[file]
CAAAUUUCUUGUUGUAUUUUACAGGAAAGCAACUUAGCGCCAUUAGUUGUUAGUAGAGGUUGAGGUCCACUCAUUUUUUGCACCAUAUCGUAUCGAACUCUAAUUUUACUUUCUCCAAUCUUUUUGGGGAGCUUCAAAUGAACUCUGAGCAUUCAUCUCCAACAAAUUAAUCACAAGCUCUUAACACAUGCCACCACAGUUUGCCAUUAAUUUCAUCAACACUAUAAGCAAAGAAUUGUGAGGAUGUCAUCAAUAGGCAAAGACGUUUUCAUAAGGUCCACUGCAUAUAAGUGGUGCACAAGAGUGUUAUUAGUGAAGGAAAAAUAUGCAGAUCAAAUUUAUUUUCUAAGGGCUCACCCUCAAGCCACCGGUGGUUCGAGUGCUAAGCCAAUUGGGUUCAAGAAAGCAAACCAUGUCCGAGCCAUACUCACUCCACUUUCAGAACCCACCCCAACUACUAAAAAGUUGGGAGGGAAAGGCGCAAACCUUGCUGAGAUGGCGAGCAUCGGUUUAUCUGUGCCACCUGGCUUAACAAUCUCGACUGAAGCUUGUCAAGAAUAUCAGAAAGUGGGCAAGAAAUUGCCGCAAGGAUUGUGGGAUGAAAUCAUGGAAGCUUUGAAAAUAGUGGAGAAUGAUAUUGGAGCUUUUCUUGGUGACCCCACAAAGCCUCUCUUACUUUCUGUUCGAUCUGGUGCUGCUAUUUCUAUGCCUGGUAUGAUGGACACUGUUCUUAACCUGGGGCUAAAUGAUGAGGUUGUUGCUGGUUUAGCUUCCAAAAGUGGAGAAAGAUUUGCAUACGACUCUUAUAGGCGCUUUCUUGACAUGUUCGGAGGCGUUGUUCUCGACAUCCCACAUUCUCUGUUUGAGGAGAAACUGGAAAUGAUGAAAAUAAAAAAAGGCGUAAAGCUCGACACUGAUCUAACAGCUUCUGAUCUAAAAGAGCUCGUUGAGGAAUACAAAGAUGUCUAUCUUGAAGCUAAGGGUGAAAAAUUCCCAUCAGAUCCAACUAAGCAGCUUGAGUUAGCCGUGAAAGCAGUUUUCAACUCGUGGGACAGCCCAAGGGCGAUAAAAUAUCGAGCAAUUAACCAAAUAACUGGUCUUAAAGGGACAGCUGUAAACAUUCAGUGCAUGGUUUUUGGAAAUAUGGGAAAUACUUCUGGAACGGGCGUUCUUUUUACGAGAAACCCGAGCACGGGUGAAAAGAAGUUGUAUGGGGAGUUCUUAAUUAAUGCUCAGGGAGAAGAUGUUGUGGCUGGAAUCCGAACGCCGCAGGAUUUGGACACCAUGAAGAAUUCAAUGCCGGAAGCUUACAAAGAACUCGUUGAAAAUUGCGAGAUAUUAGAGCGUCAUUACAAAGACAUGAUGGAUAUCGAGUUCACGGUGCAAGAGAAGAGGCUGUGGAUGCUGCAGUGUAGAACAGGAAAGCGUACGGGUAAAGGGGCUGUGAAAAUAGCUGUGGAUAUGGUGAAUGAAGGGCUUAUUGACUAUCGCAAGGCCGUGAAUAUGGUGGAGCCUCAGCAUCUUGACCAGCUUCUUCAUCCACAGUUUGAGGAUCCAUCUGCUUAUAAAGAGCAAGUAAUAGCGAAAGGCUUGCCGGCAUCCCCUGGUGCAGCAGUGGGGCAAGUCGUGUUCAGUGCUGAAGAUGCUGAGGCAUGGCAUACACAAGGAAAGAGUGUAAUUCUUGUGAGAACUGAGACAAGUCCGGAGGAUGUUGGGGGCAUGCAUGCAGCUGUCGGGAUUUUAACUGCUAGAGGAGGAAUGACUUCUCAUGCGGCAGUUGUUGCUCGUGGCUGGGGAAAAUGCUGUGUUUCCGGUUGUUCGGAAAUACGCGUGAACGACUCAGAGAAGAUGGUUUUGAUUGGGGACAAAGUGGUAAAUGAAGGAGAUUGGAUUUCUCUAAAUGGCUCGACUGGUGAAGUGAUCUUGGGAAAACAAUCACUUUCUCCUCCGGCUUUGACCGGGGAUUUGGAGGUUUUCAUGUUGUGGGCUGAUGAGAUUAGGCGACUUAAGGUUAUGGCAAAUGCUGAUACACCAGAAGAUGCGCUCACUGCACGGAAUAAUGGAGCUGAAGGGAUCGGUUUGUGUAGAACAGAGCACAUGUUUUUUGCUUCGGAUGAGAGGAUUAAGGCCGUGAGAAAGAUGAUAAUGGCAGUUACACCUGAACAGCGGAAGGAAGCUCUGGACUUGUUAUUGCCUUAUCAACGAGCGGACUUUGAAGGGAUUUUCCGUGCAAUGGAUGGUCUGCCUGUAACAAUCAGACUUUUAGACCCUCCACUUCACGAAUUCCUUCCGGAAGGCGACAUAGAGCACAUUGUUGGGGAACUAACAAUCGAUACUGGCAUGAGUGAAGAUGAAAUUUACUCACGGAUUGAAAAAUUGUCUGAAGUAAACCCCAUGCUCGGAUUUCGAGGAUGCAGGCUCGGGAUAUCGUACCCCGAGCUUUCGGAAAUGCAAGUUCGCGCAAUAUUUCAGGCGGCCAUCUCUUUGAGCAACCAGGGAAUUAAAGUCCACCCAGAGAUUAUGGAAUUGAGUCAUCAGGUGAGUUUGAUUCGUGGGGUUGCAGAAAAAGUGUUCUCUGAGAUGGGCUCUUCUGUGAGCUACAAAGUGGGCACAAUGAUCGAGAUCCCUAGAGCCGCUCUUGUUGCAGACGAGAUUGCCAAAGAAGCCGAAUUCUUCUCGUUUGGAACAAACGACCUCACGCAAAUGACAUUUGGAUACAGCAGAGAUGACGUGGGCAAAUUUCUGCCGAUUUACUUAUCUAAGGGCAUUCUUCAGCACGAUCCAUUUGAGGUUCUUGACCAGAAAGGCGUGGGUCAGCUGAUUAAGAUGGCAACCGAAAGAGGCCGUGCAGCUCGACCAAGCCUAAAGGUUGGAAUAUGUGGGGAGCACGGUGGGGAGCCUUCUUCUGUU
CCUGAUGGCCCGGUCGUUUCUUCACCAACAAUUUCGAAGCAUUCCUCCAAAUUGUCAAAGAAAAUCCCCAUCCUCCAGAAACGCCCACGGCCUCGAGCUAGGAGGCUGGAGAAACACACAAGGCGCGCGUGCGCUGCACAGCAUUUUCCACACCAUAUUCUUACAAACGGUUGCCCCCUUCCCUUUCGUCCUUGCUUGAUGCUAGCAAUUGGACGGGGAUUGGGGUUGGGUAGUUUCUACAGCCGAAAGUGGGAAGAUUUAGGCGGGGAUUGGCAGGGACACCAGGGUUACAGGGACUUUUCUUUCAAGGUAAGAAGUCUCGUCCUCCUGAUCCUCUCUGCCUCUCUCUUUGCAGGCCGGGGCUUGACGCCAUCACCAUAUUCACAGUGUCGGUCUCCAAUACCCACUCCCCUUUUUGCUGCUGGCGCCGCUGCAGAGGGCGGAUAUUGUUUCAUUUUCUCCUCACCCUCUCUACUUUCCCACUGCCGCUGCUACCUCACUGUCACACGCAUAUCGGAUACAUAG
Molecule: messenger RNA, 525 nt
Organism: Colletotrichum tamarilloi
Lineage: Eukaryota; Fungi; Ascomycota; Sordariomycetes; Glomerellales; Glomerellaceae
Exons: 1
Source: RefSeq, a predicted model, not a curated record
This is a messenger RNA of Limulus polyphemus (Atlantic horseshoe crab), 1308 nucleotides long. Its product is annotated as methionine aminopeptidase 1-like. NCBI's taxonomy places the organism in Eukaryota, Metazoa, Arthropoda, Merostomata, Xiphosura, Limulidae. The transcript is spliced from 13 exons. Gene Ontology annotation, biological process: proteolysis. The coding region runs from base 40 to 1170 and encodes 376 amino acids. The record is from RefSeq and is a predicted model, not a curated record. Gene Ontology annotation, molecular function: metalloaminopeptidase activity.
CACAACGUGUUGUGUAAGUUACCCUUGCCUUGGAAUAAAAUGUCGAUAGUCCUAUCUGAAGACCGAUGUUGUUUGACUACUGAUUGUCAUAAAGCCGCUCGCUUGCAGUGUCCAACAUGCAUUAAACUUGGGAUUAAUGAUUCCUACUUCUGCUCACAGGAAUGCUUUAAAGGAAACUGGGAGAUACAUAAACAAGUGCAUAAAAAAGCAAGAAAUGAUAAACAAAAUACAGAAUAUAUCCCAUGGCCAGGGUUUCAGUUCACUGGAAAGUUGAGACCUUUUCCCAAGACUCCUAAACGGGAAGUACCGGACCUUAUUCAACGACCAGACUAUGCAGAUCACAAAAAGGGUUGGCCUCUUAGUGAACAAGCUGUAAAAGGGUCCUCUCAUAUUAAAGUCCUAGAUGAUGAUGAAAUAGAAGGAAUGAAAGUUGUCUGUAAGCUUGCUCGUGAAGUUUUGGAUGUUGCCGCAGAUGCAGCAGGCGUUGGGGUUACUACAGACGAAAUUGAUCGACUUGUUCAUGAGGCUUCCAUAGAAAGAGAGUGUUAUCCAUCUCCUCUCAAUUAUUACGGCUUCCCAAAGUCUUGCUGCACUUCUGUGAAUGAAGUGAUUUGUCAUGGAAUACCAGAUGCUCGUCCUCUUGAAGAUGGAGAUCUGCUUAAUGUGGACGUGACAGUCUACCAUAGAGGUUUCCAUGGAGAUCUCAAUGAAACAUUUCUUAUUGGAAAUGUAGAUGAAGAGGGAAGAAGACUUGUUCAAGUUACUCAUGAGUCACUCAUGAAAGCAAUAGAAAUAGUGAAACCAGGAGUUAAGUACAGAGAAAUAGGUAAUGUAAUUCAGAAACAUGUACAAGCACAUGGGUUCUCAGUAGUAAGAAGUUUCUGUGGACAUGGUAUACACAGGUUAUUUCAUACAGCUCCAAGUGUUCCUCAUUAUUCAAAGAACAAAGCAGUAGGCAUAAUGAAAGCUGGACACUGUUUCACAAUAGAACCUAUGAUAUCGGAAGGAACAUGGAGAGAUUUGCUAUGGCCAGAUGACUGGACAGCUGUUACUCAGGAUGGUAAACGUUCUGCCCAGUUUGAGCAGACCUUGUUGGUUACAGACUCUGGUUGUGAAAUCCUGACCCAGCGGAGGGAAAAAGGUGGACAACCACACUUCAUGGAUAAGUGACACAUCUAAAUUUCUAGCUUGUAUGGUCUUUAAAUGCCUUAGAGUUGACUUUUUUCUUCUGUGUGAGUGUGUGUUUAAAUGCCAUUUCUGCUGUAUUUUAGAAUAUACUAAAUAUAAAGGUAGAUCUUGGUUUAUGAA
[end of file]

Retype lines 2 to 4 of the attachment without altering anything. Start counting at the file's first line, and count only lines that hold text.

CCUGAUGGCCCGGUCGUUUCUUCACCAACAAUUUCGAAGCAUUCCUCCAAAUUGUCAAAGAAAAUCCCCAUCCUCCAGAAACGCCCACGGCCUCGAGCUAGGAGGCUGGAGAAACACACAAGGCGCGCGUGCGCUGCACAGCAUUUUCCACACCAUAUUCUUACAAACGGUUGCCCCCUUCCCUUUCGUCCUUGCUUGAUGCUAGCAAUUGGACGGGGAUUGGGGUUGGGUAGUUUCUACAGCCGAAAGUGGGAAGAUUUAGGCGGGGAUUGGCAGGGACACCAGGGUUACAGGGACUUUUCUUUCAAGGUAAGAAGUCUCGUCCUCCUGAUCCUCUCUGCCUCUCUCUUUGCAGGCCGGGGCUUGACGCCAUCACCAUAUUCACAGUGUCGGUCUCCAAUACCCACUCCCCUUUUUGCUGCUGGCGCCGCUGCAGAGGGCGGAUAUUGUUUCAUUUUCUCCUCACCCUCUCUACUUUCCCACUGCCGCUGCUACCUCACUGUCACACGCAUAUCGGAUACAUAG
Molecule: messenger RNA, 525 nt
Organism: Colletotrichum tamarilloi